How Facebook knows you’re a therapist – and who your clients are

Matthew Henry / Burst / Licensed under Creative Commons ZeroTherapists and counselors have been expressing concern for some time now that Facebook can “out” their clients to other clients, even when the therapist or counselor has not done anything to facilitate the connection. It can happen even when the therapist or counselor doesn’t use Facebook. Thanks to some good reporting by Gizmodo Media, we now have a better understanding of how that happens. We also now know just how little you can do to stop it.

The whole article “How Facebook figures out everyone you’ve ever met” is really worth your time. Here, I’ll just share some of the pieces most relevant to counselors, therapists, and other mental health professionals. For us, if even just a few of your clients use Facebook, the likelihood of keeping all your therapeutic relationships truly confidential is near zero.

Read moreHow Facebook knows you’re a therapist – and who your clients are

Even when marijuana is legal, therapists who use it face risks

foggy leavesWe have all heard it before. The classic argument. “If you can go home and have a glass of wine or a beer after work, why can’t I smoke a joint? Why can’t I have an edible?” We tend to roll our eyes when we hear this from clients who may be minimizing their marijuana use or its effects. But what do you do when you hear that argument from your colleague, or from a supervisee?

Many therapists have been discussing the impact of marijuana use with clients for years, but have only recently begun to question using themselves. With the increasing number of states legalizing medical and recreational marijuana, therapists now must consider the impact that using marijuana can have on themselves and therapy. While the legalization of marijuana does not appear to lead to increased use, those therapists and counselors who have been using marijuana all along may now be able to be more open in discussing it.

Read moreEven when marijuana is legal, therapists who use it face risks

“At least it’s not cancer.”

Courtesy Emma JaegleI was working in a residential treatment center for teens. It was a typical mid-week day, and I was supervising “school time,” a period where clients are able to work on their treatment assignments and homework from their schools back home. Often during this hour, the primary therapists would pull the clients for individual sessions. I happened to know that today was the day that Nicole* was going to be given her diagnosis of depression, and I was prepared to help her process her emotions should she need coaching after her return from session. Sure enough, Nicole returned from her therapist’s office with a solemn look on her face. When she sat down away from her peers, I walked over to her and asked, “How did it go?”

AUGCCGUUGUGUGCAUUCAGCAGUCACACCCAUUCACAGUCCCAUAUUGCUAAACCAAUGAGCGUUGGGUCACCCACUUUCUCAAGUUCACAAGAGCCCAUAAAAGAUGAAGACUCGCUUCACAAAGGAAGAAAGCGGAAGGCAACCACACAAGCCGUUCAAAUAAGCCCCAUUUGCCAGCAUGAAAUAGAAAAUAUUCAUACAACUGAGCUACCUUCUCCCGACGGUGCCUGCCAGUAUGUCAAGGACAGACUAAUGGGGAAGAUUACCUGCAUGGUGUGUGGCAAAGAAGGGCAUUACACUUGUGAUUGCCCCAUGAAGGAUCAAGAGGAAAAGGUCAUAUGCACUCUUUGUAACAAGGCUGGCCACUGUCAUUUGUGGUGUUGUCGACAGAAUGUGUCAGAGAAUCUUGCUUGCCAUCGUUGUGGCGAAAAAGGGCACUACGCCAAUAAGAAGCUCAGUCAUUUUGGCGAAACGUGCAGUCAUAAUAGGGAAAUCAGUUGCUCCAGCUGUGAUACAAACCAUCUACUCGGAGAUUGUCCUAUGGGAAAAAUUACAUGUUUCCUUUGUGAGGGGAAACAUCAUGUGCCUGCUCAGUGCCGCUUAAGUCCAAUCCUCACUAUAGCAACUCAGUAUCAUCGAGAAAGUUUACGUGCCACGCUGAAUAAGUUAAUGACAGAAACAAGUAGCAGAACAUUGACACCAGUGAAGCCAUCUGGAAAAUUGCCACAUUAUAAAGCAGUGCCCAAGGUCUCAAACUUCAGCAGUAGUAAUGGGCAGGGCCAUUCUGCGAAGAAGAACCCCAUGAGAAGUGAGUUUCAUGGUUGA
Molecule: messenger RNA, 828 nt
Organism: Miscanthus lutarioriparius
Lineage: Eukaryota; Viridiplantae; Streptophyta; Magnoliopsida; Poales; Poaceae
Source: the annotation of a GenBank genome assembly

She let out a sigh, “Well, I found out my diagnosis.”

I nodded. “I see. What’s that like for you?”

“I guess it’s better to know what’s going on and have an explanation for everything. At least it’s not like I have cancer!”

That comment gave me pause. I thought: But I have cancer.

Read more“At least it’s not cancer.”

Talkspace forces therapists to break rules. The rules may be the problem.

Matthew Henry / Burst / Licensed under Creative Commons ZeroApp-based therapy platforms may well represent the next evolution of psychotherapy practice. I praised Talkspace a few years ago for offering access to mental health care for many who otherwise would never find their way to a therapist’s office. But the platforms — Talkspace, Betterhelp, and the like — have run into controversy over their confidentiality policies. Therapists using these apps may have little to no ready access to the client’s full name, address, or other information necessary in an emergency.

Read moreTalkspace forces therapists to break rules. The rules may be the problem.